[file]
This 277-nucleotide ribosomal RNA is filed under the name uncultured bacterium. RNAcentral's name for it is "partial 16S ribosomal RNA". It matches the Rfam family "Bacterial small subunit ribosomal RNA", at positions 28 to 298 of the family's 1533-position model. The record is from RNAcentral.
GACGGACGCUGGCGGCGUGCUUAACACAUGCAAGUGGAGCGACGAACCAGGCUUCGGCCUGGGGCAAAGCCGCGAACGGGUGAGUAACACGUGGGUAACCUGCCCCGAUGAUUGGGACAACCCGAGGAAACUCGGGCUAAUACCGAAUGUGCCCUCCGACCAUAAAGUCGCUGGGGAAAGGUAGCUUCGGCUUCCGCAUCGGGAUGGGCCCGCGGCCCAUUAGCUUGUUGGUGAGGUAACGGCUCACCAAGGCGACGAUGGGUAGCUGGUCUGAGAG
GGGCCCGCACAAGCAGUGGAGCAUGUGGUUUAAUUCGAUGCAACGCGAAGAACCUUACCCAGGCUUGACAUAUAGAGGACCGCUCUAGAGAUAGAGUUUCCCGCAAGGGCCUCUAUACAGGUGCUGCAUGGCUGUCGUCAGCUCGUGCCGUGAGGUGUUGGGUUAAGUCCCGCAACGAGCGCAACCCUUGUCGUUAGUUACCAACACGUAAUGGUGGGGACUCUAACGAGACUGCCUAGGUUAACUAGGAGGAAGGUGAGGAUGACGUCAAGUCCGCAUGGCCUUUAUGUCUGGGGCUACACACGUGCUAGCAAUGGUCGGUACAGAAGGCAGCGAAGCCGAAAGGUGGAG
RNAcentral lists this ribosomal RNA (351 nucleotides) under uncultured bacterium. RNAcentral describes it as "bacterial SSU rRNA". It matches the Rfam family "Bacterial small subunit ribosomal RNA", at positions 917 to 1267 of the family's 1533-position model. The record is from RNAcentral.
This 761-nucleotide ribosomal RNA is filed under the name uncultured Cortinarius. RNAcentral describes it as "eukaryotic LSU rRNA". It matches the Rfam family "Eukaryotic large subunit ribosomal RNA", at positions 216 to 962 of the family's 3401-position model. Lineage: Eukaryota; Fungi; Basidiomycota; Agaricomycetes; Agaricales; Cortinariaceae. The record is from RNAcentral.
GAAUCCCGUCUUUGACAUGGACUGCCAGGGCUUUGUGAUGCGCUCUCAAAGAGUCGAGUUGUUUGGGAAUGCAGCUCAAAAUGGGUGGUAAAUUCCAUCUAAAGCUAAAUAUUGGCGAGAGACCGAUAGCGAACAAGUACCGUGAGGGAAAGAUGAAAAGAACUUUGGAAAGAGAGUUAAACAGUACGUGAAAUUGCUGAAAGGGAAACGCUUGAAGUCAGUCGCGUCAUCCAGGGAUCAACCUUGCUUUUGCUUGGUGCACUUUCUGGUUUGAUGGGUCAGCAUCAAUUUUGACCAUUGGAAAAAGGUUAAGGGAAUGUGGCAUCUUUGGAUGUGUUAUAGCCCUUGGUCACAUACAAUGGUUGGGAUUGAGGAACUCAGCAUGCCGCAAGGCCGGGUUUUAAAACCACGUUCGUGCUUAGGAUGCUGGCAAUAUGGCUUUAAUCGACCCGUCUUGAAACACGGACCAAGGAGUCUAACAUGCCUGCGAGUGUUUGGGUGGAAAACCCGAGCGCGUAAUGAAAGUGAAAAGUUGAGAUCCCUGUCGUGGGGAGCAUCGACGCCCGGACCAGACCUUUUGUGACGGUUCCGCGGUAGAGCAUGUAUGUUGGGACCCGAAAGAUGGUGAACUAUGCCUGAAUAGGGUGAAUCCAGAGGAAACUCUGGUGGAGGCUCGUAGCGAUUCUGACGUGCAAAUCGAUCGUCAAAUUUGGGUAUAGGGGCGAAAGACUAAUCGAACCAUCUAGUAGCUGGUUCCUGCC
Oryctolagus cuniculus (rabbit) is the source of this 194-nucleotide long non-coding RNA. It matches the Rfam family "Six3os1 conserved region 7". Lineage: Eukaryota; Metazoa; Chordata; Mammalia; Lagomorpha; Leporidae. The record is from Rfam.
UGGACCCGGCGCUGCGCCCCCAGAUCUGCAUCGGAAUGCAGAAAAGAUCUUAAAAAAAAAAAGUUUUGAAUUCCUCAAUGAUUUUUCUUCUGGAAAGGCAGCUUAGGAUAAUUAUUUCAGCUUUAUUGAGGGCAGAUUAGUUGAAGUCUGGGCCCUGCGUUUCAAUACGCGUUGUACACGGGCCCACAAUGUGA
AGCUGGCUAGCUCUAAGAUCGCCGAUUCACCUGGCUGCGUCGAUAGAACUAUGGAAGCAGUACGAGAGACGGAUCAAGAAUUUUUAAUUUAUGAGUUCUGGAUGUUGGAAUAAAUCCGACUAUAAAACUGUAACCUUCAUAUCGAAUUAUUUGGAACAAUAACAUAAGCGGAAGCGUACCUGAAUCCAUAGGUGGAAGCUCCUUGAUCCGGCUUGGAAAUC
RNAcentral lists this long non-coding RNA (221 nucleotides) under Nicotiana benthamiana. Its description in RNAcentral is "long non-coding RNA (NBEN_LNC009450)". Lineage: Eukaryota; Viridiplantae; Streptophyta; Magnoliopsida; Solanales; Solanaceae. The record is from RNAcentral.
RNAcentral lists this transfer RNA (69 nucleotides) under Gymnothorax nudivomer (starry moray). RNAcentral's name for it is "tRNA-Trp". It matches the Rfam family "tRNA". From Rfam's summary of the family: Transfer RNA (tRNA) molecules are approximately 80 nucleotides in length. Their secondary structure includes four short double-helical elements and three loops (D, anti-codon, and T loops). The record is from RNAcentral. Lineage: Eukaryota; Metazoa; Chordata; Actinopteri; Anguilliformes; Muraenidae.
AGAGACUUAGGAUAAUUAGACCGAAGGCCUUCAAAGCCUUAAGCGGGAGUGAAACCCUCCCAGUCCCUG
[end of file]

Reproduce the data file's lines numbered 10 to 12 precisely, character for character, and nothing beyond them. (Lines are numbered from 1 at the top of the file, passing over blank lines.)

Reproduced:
RNAcentral lists this long non-coding RNA (221 nucleotides) under Nicotiana benthamiana. Its description in RNAcentral is "long non-coding RNA (NBEN_LNC009450)". Lineage: Eukaryota; Viridiplantae; Streptophyta; Magnoliopsida; Solanales; Solanaceae. The record is from RNAcentral.
RNAcentral lists this transfer RNA (69 nucleotides) under Gymnothorax nudivomer (starry moray). RNAcentral's name for it is "tRNA-Trp". It matches the Rfam family "tRNA". From Rfam's summary of the family: Transfer RNA (tRNA) molecules are approximately 80 nucleotides in length. Their secondary structure includes four short double-helical elements and three loops (D, anti-codon, and T loops). The record is from RNAcentral. Lineage: Eukaryota; Metazoa; Chordata; Actinopteri; Anguilliformes; Muraenidae.
AGAGACUUAGGAUAAUUAGACCGAAGGCCUUCAAAGCCUUAAGCGGGAGUGAAACCCUCCCAGUCCCUG